• “I believe we should stand against those who are opposed to Christian values.”
  • “People who follow God’s rules are better than those who do not.”

What’s missing from the list? Love. Where is the love? In Jesus.

To sum it up, let’s do what we hear in the last verse from The Black Eyed Peas:

Now, you gotta have love just to set it straight

Take control of your mind and meditate

Let your soul gravitate to the love, y’all, y’all


“You can do better Phillip…..#4???”

This is a text I got a few days ago from one of my most sarcastic and best friends.  It then linked me to a survey conducted by the Barna Group for The American Bible Society who was looking for “American’s Most Bible-Minded Cities.”  Here’s a different link but to the same survey: Barna Group

See who’s in 4th place?  That’s Springfield, MO, where I live and pastor.  Yes, I could do better – in lots of areas, not just this one.

“Bible-mindedness.” What does that mean? How do you tell if you’re Bible-minded or not?    According to the survey, those who “report reading the Bible within the past seven days and agree strongly in the accuracy of the Bible” are classified as Bible-minded.

A couple of thoughts:
Accuracy: According to Webster, “accuracy” is “freedom from mistake or error.”    Does one need to “strongly agree” that the Bible is “free from mistake or error” in everything within its pages – historical references, science references, chronology of events, details of events (For example, Mark 6:8 – Take a staff; Matthew 10:9-10 – Don’t take a staff,) to be considered Bible-minded?

This is a head scratcher.    What does this definition say about guys like Dietrich Bonhoeffer – yes that Dietrich Bonhoeffer – the guy who wrote The Cost of Discipleship, a book that’s on every evangelical pastor’s book shelf?  Yet, by this definition, he brings up the rear on the survey.  In his book, Christ the Center, Bonhoeffer, writing of the Bible and the use of historical criticism, uses pretty clear language, “But it is through the Bible, with all its flaws, that the risen one encounters us.  We must get into the troubled waters of historical criticism.”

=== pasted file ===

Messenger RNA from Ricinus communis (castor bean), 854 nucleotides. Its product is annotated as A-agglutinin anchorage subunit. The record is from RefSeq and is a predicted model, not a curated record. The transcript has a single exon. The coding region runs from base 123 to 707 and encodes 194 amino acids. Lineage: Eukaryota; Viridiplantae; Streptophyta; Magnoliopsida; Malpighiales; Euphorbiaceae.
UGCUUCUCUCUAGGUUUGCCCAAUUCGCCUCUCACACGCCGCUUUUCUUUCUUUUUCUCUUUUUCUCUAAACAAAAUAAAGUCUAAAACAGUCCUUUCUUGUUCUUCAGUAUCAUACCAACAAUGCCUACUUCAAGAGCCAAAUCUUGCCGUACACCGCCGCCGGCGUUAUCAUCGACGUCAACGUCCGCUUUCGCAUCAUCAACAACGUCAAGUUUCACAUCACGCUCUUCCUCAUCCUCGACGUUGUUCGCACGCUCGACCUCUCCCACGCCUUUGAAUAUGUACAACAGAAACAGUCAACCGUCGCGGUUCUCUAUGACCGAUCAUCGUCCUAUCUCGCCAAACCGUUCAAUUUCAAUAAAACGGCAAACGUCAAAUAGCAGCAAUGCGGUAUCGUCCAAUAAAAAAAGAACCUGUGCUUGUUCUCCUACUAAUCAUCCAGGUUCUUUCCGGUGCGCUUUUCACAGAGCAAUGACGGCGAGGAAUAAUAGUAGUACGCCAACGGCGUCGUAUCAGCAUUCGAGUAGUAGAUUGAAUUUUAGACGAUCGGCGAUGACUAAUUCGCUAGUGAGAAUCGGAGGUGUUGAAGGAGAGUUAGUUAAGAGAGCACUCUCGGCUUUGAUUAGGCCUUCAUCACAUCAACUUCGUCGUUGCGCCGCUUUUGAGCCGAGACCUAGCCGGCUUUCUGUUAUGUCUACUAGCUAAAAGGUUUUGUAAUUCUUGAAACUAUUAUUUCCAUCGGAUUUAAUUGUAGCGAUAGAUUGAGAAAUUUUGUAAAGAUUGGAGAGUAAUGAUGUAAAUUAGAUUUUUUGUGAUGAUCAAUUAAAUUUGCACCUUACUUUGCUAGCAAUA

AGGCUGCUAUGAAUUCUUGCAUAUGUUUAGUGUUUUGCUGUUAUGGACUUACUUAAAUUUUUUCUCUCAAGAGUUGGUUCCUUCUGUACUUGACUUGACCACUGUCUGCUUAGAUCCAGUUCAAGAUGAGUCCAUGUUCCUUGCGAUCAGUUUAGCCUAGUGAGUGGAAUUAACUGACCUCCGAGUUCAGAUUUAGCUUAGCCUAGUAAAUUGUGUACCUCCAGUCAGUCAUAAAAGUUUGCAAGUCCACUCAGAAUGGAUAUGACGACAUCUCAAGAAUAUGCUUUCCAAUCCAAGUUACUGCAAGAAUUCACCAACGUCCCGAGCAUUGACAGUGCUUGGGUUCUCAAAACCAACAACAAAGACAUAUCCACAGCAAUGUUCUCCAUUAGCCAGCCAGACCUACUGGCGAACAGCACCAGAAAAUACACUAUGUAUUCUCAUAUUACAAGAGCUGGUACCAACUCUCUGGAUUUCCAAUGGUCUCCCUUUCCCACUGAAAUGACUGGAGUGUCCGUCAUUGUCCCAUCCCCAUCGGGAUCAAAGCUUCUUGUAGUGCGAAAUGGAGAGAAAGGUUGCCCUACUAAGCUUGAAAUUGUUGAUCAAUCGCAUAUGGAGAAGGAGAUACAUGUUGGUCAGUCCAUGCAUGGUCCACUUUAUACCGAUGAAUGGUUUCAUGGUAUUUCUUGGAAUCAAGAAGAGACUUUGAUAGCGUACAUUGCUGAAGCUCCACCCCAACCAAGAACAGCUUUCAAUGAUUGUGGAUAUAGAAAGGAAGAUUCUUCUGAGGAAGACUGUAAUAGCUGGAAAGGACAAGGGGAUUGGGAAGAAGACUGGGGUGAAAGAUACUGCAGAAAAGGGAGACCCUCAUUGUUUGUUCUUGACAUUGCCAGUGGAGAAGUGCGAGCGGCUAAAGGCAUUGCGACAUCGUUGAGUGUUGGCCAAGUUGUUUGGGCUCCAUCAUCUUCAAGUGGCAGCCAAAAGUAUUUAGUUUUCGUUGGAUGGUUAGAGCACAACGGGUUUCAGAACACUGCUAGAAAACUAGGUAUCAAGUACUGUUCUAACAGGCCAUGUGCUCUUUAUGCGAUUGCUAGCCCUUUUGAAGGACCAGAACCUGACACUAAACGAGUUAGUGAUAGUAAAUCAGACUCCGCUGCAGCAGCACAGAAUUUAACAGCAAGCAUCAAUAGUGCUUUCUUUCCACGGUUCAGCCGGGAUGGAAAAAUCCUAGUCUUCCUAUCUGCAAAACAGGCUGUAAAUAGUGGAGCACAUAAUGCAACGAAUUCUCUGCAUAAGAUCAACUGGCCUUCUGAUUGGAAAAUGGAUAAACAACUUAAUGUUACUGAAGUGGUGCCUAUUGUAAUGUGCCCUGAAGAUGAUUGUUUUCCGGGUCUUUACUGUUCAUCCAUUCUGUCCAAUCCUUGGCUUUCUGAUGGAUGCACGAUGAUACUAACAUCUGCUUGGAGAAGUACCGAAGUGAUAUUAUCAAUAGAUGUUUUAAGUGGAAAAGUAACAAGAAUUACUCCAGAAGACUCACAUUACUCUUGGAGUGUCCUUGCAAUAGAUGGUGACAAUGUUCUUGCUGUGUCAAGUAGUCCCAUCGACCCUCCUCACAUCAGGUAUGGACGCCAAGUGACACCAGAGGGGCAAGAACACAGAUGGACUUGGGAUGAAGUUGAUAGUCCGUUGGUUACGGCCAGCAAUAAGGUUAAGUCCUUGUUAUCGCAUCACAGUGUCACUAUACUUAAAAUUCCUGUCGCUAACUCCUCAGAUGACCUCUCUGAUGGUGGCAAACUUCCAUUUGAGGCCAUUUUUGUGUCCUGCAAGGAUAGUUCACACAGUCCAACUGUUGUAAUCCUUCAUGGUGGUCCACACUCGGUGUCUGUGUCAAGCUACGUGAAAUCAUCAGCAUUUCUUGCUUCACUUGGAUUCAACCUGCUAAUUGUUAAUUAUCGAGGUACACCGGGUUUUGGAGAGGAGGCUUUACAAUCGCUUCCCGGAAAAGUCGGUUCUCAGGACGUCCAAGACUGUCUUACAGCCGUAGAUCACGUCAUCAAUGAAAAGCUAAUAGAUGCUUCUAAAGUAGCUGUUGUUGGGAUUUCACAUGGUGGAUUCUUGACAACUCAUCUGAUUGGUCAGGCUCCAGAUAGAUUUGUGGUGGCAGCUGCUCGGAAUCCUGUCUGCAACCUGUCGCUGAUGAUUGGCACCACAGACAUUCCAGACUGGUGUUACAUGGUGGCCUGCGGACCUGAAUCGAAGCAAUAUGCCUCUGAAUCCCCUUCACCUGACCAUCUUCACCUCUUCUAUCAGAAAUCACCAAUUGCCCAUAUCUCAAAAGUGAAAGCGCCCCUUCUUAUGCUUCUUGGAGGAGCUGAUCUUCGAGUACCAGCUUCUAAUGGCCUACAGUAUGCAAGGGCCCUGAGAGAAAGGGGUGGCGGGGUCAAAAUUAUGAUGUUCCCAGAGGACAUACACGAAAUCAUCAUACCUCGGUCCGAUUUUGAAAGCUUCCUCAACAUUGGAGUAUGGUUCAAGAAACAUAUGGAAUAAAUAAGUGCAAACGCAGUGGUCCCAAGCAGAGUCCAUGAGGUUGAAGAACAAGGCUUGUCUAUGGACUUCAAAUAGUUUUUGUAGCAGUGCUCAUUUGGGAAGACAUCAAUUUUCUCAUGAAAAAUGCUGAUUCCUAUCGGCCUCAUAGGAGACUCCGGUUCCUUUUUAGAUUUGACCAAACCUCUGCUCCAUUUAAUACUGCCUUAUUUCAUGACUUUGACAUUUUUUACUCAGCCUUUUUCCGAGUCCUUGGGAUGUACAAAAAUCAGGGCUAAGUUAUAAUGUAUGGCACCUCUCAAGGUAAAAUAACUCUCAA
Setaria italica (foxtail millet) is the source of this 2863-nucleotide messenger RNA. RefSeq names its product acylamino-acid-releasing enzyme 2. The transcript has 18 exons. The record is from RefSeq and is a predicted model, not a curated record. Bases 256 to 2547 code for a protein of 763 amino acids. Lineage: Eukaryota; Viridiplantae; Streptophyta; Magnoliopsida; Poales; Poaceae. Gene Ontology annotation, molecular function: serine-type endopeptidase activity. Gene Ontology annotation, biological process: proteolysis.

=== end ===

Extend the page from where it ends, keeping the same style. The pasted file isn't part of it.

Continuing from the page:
Uh-oh. What does his view do to our understanding of what it means to be “Bible-minded”?

Does anyone question Bonhoeffer’s commitment to Christ, love for God, love for people?  Does anyone question his desire to live out the life of Christ in his culture?  Can we really label him as one of the “least Bible-minded”?

I’m just asking.

Second thought:
Going to Sunday School as a child, I remember proudly checking the box on my offering envelope that said, “I read the Bible every day last week.”   As I grew up, and continue to grow up spiritually, I realized that being “bible minded” was not as simple as checking the box.

The Pharisees knew the Scriptures like the back of their hands, but when God stood right in front of them, they didn’t know him from Adam (John 5:39-40).
Here are some questions I have to ask myself – questions that aren’t so easy to check off:

*Am I more attentive to my wife than I was last year?
*Am I more generous with my resources than before?
*Do I handle disappointments and hurts with trust in the God who has the power to work all things for good?